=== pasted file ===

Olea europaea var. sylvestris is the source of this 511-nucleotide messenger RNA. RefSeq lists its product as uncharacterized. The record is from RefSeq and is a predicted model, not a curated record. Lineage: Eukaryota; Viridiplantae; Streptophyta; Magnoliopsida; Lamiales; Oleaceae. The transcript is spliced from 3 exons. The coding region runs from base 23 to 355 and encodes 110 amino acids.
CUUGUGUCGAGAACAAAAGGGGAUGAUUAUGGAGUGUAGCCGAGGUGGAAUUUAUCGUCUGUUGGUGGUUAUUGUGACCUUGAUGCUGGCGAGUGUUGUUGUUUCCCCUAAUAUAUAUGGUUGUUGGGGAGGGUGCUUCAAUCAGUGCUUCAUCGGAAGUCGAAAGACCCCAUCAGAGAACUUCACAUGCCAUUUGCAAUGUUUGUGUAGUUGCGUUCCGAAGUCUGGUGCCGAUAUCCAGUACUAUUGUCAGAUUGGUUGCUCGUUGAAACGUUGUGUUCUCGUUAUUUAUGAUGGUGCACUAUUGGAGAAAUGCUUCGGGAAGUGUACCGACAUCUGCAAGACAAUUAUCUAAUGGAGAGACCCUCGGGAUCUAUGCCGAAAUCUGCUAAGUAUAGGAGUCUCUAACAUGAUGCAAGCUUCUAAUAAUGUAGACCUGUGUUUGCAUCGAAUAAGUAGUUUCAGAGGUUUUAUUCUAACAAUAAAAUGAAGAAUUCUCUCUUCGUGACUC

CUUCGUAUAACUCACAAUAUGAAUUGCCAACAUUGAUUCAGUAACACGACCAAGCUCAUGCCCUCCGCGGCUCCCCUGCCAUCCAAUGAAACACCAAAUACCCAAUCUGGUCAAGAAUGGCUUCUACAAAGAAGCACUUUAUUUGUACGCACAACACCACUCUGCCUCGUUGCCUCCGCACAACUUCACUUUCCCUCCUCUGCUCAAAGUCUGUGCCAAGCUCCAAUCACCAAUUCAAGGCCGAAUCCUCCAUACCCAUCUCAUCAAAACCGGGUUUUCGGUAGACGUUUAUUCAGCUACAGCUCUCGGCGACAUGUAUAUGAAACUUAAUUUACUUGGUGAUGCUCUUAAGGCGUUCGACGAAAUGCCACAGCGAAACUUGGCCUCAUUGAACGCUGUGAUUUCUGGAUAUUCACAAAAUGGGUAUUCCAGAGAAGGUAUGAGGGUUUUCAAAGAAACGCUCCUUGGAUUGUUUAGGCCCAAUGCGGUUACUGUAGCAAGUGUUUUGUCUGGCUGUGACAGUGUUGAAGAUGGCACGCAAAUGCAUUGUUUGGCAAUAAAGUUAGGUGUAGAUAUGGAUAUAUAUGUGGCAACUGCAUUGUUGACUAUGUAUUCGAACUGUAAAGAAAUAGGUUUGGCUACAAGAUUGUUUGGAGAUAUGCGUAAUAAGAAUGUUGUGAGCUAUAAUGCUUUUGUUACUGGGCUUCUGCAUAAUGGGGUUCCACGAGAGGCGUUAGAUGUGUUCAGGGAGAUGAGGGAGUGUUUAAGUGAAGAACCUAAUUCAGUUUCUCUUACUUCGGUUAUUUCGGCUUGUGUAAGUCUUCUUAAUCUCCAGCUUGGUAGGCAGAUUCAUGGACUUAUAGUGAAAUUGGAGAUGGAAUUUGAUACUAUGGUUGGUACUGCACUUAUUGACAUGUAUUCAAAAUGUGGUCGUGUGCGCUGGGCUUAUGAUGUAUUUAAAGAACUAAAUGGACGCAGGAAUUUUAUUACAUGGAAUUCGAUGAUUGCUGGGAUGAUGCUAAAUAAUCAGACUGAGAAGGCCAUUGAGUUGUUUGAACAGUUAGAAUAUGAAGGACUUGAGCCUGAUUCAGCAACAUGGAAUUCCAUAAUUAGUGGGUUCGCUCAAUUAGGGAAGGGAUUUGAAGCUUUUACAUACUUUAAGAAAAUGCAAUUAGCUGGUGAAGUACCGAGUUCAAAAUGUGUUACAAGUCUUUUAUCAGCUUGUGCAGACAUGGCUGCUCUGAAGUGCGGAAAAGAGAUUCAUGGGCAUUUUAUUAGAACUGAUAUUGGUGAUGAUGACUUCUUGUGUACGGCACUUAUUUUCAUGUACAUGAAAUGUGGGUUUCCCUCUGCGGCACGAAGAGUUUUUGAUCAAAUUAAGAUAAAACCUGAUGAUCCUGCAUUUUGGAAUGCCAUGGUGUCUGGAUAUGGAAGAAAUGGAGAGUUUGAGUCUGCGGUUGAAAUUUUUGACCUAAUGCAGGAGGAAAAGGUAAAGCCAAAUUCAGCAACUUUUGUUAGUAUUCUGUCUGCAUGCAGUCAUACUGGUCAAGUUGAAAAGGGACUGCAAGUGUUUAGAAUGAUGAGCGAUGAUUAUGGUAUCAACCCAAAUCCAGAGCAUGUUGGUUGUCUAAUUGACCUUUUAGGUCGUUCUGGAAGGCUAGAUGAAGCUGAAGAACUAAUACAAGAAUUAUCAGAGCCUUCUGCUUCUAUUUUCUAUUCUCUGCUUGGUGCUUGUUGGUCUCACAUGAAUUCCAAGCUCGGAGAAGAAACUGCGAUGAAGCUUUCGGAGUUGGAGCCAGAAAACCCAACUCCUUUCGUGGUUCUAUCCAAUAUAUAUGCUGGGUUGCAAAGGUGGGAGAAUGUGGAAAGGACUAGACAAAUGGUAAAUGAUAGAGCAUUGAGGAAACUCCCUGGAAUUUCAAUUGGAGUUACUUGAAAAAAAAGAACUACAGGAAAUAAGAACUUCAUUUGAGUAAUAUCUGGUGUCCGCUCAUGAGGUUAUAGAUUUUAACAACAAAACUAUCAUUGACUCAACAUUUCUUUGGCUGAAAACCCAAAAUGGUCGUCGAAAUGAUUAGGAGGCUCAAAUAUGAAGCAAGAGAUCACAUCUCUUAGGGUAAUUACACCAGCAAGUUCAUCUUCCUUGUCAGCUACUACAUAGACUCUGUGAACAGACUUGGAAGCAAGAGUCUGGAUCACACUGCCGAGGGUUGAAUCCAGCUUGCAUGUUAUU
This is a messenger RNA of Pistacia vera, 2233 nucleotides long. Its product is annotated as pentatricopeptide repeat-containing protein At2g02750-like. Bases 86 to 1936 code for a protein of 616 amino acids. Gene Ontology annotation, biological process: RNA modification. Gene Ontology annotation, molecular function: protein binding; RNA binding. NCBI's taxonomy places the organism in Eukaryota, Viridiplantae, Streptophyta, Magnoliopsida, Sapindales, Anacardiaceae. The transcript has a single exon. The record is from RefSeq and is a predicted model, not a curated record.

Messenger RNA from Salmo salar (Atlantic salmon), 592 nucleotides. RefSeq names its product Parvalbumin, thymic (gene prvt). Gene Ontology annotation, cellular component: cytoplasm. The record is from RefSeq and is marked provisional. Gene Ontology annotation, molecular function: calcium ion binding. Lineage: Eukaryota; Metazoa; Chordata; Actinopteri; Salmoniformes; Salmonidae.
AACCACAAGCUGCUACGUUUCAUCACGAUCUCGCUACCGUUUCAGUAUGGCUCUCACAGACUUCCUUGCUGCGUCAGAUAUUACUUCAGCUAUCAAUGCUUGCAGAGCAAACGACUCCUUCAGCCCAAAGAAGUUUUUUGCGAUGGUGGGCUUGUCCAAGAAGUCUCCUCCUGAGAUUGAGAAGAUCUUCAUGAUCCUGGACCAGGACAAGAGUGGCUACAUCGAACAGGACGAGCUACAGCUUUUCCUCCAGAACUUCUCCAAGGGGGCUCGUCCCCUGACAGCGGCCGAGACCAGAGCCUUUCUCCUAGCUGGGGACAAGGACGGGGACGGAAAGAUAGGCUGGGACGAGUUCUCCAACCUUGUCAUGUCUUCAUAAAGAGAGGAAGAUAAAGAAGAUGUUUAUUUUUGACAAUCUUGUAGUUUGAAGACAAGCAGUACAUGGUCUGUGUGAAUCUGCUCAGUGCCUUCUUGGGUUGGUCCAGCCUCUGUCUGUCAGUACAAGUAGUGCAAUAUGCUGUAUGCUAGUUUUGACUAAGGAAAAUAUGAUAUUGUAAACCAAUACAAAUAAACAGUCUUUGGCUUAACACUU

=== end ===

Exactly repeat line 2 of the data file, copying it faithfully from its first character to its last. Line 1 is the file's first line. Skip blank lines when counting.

CUUGUGUCGAGAACAAAAGGGGAUGAUUAUGGAGUGUAGCCGAGGUGGAAUUUAUCGUCUGUUGGUGGUUAUUGUGACCUUGAUGCUGGCGAGUGUUGUUGUUUCCCCUAAUAUAUAUGGUUGUUGGGGAGGGUGCUUCAAUCAGUGCUUCAUCGGAAGUCGAAAGACCCCAUCAGAGAACUUCACAUGCCAUUUGCAAUGUUUGUGUAGUUGCGUUCCGAAGUCUGGUGCCGAUAUCCAGUACUAUUGUCAGAUUGGUUGCUCGUUGAAACGUUGUGUUCUCGUUAUUUAUGAUGGUGCACUAUUGGAGAAAUGCUUCGGGAAGUGUACCGACAUCUGCAAGACAAUUAUCUAAUGGAGAGACCCUCGGGAUCUAUGCCGAAAUCUGCUAAGUAUAGGAGUCUCUAACAUGAUGCAAGCUUCUAAUAAUGUAGACCUGUGUUUGCAUCGAAUAAGUAGUUUCAGAGGUUUUAUUCUAACAAUAAAAUGAAGAAUUCUCUCUUCGUGACUC